The Arkansas Court of Appeals reversed and remanded a foreclosure case Thursday saying a Washington County circuit judge should have considered a couple's claims they signed agreements under duress and a bank's actions prevented them from paying back loans.
The case involves numerous interrelated parties and entities and concerns multiple loans, but the principal players are Jacob and Paige Levitt, who filed the appeal, and Today's Bank, which foreclosed on their loans. The Levitts lost their business and home in the foreclosures and bankruptcy actions.
The appeals court said Judge John Threet erred when he granted summary judgement to the bank. The court said Threet should have considered evidence the couple entered into a loan modification under duress, which could make the contract void.
Jacob Levitt stated in his affidavit he had been threatened by bank officials with civil and criminal action if the Levitts did not immediately place their home up for collateral. The Levitts also alleged the bank threatened to file a foreclosure action if they refused to modify the terms of the loan.
"We hold that the circuit court erred in finding that the facts were not sufficient to constitute duress or at least in holding that there was no dispute of material fact," the appeals court opinion said. "Here, the evidence to support the Levitts' claim of duress was sufficient to raise material issues of fact to survive summary judgment."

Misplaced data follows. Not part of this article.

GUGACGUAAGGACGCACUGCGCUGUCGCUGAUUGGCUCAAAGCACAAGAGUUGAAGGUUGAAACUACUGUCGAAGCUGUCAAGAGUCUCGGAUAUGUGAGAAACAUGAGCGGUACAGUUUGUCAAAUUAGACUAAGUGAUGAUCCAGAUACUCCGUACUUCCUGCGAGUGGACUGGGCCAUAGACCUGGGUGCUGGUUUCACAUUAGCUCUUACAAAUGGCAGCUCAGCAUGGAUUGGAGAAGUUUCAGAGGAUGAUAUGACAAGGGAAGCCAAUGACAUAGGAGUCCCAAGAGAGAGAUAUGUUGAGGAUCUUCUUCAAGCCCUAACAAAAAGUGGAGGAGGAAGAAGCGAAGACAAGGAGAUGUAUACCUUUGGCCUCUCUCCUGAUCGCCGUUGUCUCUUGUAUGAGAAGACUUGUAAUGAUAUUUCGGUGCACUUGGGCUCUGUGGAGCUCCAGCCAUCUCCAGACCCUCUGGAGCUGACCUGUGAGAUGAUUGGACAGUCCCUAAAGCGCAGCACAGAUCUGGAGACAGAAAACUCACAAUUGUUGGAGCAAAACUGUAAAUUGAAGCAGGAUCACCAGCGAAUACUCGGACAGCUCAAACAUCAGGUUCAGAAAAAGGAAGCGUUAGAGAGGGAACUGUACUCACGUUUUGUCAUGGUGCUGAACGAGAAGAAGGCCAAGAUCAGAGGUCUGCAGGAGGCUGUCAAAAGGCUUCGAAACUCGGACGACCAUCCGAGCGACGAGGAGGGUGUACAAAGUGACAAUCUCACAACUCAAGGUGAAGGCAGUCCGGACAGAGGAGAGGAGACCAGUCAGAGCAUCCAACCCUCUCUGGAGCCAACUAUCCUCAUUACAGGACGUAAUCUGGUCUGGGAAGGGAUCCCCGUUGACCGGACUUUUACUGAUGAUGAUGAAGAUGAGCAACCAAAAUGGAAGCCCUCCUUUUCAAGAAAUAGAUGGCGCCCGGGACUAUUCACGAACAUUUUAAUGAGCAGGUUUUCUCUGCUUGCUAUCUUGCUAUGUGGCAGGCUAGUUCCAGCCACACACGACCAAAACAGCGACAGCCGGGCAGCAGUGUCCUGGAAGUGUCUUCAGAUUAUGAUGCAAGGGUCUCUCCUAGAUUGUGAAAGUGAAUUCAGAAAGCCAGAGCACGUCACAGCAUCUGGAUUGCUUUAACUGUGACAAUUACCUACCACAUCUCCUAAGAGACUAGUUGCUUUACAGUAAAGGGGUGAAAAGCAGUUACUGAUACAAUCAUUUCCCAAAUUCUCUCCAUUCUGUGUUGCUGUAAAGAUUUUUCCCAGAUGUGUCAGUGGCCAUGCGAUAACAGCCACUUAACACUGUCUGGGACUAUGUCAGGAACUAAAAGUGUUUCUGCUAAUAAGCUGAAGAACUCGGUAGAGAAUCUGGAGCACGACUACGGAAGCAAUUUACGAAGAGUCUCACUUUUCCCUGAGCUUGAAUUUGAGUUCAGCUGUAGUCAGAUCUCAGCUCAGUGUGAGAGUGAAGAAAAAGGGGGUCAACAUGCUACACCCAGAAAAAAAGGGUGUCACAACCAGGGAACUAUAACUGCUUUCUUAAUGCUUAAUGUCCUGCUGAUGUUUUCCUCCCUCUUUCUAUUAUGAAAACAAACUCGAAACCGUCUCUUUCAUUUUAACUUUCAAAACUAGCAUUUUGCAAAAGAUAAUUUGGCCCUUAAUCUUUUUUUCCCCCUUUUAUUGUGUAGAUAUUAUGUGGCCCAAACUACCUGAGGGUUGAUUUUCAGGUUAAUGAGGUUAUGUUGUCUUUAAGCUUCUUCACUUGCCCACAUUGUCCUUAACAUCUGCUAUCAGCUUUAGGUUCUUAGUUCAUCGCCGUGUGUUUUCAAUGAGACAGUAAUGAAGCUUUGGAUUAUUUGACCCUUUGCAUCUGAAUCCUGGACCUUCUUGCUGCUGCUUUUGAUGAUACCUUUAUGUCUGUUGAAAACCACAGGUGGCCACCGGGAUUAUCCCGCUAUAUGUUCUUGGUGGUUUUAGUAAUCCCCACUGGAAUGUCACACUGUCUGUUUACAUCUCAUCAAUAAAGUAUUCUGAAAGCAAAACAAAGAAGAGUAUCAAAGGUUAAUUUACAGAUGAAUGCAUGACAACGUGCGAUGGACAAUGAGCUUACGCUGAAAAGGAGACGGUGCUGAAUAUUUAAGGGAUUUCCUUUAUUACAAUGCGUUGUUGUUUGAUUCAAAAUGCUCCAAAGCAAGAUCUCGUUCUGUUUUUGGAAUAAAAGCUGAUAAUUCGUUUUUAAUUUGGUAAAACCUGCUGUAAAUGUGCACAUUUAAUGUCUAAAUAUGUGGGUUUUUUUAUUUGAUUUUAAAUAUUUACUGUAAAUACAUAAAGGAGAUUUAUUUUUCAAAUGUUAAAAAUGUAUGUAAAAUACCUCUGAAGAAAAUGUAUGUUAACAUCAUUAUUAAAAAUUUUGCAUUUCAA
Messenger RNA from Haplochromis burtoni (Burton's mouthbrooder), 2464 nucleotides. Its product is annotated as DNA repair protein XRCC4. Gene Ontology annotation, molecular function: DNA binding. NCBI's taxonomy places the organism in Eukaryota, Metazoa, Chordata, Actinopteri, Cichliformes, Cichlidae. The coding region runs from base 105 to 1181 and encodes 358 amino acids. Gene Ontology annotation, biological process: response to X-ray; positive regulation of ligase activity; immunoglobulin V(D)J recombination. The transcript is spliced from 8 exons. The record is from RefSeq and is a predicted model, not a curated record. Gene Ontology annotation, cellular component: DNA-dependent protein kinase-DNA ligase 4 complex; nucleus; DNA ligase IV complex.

The Levitts presented evidence they agreed to the loan modification only after the bank threatened to bring criminal charges against them for the false statements in a security agreement for a loan. They also said they feared the bank would call their note and foreclose on their home, according to the opinion.
The bank's claims the Levitts ratified the contract by remaining silent regarding the alleged duress until after the bank initiated foreclosure proceedings is an issue a jury should decide, according to the opinion.
Likewise, the bank's argument the Levitts weren't prejudiced by the loan modification but, in fact benefited from its conversion to a traditional loan is subject to interpretation and remains a question of fact for a jury to decide, according to the opinion.
Finally, the appeals court said the Levitts presented evidence the bank failed to effectuate the transfer of titles to trailers the Levitts used in their business, resulting in the trailers being repossessed. The loss of the trailers devastated their business, resulting in an inability to pay their loans, the couple claimed. The court concluded that genuine issues of material fact exist as to whether the actions of the bank prevented the Levitts from performing under the contracts.